To hit the high points, the Street Sport kit uses weld-in subframe connectors, and new control arms on the front and rear suspension. The subframes come out of the box in two pieces and are trimmed to fit the chassis, tack-welded together in place, fully welded on the bench, and then the assemblies are welded to the chassis. The rear suspension is a pure bolt-in affair, replacing the Third-link above the differential (requires partially lowering the gas tank and accessing under the rear seat), plus the two lower control arms. A new Panhard bar is installed, along with relocated pickup brackets.
In front, the lower control arms are replaced and one of the attach point holes enlarged--there's some blacksmithing involved here as welded-on captive nuts must be chiseled off. The springs and shocks are replaced all around, of course. There is no rear sway bar--Kenny says he has the rear roll center so low that a rear bar is not needed in the Street Sport kit--and Ryan already had an adjustable front sway bar on his car, which was deemed correct for the application by Kenny, so it was left in place.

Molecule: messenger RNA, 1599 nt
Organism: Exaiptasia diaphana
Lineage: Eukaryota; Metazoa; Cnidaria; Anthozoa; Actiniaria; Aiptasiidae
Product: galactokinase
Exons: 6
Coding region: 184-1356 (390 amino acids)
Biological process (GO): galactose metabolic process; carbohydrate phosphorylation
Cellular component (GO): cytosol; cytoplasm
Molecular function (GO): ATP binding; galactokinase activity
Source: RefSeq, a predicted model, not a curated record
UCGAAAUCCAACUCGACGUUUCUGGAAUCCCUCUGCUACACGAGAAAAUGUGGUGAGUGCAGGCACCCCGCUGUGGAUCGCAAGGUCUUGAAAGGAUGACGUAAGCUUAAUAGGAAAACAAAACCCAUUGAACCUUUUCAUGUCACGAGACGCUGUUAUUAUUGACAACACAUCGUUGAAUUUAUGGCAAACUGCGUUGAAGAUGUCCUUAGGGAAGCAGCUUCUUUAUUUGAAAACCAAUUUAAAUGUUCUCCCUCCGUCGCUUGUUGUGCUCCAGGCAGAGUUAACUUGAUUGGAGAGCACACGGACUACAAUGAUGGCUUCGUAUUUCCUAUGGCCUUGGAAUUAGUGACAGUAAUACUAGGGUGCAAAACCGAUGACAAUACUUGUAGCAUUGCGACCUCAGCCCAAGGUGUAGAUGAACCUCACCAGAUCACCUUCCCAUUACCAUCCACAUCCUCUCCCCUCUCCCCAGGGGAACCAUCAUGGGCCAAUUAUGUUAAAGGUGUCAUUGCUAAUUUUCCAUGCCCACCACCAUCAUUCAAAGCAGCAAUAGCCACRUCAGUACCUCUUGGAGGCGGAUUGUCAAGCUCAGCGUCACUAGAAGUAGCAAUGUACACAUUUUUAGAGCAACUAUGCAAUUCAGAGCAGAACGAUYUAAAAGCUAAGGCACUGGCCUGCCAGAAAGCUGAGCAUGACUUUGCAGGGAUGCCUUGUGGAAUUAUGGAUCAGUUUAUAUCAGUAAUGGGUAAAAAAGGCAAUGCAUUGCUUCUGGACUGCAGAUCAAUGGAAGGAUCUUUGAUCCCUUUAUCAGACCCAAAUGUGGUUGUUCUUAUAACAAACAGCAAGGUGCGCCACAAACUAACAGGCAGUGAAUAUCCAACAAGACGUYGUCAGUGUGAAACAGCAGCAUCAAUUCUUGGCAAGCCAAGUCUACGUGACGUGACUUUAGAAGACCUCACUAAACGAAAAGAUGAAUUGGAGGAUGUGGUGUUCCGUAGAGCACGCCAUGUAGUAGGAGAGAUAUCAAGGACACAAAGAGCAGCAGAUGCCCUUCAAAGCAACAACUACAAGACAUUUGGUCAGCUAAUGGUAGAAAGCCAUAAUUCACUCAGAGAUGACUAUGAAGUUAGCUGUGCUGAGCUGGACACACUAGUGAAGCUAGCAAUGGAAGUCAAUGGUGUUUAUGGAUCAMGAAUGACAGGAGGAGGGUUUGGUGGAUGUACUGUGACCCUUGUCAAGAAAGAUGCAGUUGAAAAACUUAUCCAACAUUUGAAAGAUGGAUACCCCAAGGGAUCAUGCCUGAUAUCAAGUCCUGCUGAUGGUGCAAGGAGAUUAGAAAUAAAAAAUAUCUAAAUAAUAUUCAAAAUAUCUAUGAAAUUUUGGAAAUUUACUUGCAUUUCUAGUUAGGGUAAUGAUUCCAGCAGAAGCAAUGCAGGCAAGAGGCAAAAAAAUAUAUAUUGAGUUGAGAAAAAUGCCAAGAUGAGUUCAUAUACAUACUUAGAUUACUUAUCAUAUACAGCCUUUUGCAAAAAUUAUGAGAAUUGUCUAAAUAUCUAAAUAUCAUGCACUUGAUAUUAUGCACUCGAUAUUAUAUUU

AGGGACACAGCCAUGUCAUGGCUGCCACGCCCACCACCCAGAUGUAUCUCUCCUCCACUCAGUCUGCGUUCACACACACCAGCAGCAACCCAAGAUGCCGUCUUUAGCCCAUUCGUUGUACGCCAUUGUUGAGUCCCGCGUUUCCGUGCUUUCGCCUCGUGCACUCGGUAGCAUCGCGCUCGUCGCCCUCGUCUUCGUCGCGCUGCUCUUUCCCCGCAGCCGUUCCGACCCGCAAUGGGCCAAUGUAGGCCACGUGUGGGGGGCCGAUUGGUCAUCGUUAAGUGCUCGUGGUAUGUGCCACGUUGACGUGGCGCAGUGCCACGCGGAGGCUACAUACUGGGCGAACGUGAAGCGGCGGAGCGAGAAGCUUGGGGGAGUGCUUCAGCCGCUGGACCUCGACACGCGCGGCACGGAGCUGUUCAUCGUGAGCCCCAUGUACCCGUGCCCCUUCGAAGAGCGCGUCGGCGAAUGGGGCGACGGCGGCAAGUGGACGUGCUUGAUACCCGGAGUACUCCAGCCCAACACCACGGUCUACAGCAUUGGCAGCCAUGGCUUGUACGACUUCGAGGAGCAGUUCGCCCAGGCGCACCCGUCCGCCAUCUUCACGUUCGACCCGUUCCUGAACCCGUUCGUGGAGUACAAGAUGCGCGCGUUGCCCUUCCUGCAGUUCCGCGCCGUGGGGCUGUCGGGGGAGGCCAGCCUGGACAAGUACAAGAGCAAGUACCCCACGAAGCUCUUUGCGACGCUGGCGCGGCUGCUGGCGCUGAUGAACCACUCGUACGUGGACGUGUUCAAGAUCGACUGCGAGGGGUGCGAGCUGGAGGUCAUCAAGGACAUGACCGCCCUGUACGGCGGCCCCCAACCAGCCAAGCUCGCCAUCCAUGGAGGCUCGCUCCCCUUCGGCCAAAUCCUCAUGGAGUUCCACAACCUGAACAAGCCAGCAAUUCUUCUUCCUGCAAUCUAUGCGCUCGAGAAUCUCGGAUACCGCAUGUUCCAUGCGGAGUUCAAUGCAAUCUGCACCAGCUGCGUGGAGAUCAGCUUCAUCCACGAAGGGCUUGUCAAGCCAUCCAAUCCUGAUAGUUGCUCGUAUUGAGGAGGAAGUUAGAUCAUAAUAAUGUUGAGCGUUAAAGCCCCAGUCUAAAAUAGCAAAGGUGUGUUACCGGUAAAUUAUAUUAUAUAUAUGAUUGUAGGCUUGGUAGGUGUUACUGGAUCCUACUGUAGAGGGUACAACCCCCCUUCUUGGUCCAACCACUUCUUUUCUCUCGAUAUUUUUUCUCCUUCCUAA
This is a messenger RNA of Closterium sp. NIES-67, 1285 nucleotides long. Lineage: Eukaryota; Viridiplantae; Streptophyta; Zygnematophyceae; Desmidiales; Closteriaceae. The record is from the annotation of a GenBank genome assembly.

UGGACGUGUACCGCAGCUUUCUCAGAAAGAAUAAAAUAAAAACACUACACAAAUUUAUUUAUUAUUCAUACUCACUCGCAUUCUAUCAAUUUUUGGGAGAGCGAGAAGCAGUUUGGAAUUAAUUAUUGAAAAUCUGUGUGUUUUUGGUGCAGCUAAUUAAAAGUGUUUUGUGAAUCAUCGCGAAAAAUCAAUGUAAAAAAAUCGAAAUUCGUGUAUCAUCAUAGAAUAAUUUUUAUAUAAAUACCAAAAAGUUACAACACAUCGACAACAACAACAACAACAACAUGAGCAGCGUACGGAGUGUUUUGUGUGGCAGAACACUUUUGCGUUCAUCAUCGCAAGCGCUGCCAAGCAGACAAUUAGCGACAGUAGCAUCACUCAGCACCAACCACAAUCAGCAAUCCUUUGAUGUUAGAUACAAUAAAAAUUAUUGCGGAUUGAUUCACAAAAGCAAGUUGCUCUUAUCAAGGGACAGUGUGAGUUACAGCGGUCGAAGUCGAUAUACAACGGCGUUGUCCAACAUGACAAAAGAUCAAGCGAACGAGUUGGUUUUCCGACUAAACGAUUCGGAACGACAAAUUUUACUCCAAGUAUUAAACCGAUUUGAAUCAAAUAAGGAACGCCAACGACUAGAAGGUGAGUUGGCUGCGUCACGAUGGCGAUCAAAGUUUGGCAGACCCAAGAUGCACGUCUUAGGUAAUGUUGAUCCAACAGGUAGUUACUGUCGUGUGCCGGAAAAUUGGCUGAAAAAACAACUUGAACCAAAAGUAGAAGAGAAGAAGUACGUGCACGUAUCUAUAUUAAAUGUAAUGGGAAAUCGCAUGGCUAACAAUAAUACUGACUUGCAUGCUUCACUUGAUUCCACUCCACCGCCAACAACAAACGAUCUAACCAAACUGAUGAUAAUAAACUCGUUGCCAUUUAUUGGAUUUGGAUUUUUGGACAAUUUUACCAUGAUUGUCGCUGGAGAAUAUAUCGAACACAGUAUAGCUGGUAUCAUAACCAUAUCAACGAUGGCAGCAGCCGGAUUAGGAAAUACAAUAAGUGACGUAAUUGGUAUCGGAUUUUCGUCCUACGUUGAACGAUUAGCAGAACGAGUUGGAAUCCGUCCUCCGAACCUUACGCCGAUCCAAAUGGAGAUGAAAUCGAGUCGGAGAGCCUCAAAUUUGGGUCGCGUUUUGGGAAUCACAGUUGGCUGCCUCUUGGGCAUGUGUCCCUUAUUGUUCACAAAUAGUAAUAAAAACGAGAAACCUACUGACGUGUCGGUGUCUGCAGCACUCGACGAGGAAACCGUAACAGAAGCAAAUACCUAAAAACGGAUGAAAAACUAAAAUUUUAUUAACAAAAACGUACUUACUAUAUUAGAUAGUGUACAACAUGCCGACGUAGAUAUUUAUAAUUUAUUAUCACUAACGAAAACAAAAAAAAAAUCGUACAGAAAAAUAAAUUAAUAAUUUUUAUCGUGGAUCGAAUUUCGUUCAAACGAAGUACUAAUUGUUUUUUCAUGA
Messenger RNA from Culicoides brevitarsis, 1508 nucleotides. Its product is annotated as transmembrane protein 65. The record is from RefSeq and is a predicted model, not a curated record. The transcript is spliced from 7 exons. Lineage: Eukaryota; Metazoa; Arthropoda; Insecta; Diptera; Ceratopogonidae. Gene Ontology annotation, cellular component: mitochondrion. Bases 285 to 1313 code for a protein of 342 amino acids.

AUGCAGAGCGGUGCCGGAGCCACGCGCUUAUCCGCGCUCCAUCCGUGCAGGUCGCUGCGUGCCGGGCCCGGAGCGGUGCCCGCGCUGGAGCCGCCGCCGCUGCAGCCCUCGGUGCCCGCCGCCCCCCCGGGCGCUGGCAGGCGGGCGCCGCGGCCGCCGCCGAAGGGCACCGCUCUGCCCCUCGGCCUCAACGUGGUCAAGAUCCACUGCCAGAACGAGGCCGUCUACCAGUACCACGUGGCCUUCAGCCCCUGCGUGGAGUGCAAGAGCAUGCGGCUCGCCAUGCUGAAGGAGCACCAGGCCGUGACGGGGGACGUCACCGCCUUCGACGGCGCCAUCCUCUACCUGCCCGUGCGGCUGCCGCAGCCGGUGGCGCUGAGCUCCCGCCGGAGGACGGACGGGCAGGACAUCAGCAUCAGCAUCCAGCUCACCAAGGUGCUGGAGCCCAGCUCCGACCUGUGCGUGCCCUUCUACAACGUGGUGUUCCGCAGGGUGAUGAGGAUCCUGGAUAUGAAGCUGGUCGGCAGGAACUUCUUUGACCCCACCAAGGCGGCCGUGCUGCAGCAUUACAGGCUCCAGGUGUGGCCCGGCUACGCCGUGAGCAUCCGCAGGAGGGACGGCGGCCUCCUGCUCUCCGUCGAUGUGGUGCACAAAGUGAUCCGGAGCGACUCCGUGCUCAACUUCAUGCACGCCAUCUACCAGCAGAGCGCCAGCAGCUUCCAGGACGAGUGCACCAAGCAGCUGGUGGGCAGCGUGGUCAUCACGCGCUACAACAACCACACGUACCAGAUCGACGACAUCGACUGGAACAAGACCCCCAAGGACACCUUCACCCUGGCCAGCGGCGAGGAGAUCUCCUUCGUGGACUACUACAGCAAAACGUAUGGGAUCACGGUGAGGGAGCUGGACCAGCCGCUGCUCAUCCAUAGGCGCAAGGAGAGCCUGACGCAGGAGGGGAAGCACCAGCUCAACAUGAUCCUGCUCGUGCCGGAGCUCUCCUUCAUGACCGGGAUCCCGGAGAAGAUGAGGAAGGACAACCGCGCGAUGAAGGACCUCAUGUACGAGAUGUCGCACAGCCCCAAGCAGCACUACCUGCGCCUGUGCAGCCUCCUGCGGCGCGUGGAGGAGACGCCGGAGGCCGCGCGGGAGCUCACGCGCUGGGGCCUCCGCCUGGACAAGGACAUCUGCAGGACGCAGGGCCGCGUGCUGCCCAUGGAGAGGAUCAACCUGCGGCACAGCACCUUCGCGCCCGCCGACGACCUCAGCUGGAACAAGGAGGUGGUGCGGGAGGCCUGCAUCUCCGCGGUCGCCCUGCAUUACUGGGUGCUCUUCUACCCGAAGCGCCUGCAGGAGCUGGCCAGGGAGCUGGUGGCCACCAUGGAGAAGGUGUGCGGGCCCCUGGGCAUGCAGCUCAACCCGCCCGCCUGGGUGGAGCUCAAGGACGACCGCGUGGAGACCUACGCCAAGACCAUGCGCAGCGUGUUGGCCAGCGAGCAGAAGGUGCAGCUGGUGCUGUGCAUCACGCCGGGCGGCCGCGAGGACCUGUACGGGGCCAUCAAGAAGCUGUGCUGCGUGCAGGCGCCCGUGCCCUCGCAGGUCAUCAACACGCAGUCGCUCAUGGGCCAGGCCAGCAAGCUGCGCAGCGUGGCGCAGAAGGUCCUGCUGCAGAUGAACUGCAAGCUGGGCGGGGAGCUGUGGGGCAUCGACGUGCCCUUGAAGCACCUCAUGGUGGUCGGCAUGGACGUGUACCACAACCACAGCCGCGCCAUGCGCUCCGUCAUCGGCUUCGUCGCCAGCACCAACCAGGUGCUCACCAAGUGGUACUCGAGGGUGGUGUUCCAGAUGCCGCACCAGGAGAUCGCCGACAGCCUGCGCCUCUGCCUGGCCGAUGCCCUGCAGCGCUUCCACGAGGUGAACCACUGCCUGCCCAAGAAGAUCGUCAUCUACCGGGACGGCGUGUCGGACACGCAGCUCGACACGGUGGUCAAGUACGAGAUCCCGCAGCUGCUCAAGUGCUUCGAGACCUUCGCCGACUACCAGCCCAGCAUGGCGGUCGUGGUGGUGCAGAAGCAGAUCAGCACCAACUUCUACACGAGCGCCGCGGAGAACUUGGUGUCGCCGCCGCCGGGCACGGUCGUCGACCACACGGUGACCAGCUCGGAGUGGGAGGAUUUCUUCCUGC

A few weeks after the install, we met with Stang-Aholics and Kenny Brown at Buttonwillow Raceway Park. This was our first look at the Kenny Brown Gen-IV parts in action and we were impressed. Ryan's car was purposely set up in street trim, with less spring and shock rate than optimum for hardcore track duty but with an easy street ride for daily driver duty. This is how most street cars are set up--and should be set up--and it's also the most forgiving for the neophyte track driver.
It makes no difference if...
It makes no difference if you start at the front or rear of the car when installing the Kenny Brown suspension as long as you install the entire suspension. Stang-Aholics opted to begin at the rear, and here is the first step, removing the Third-link's upper mounting bolt, accessed under the rear seat in the passenger compartment.
It takes some fishing around...
It takes some fishing around to see the four mounting bolts holding the Third-link to the differential and chassis. Here, Ron Peter, Ryan's dad and major supporter (it comes with the job), guns off the fifth bolt, the one passing through the link and differential. Handling these bolts requires some muscle and hardware to gain access.
There's no way to get a camera...
There's no way to get a camera in where the Third-link lives, and in fact, the techs have a bit of a time seeing it themselves. Here the Kenny Brown link assembly is going it. It helps to have two folks, as one can pull down the gas tank a little while the other fishes the link into position.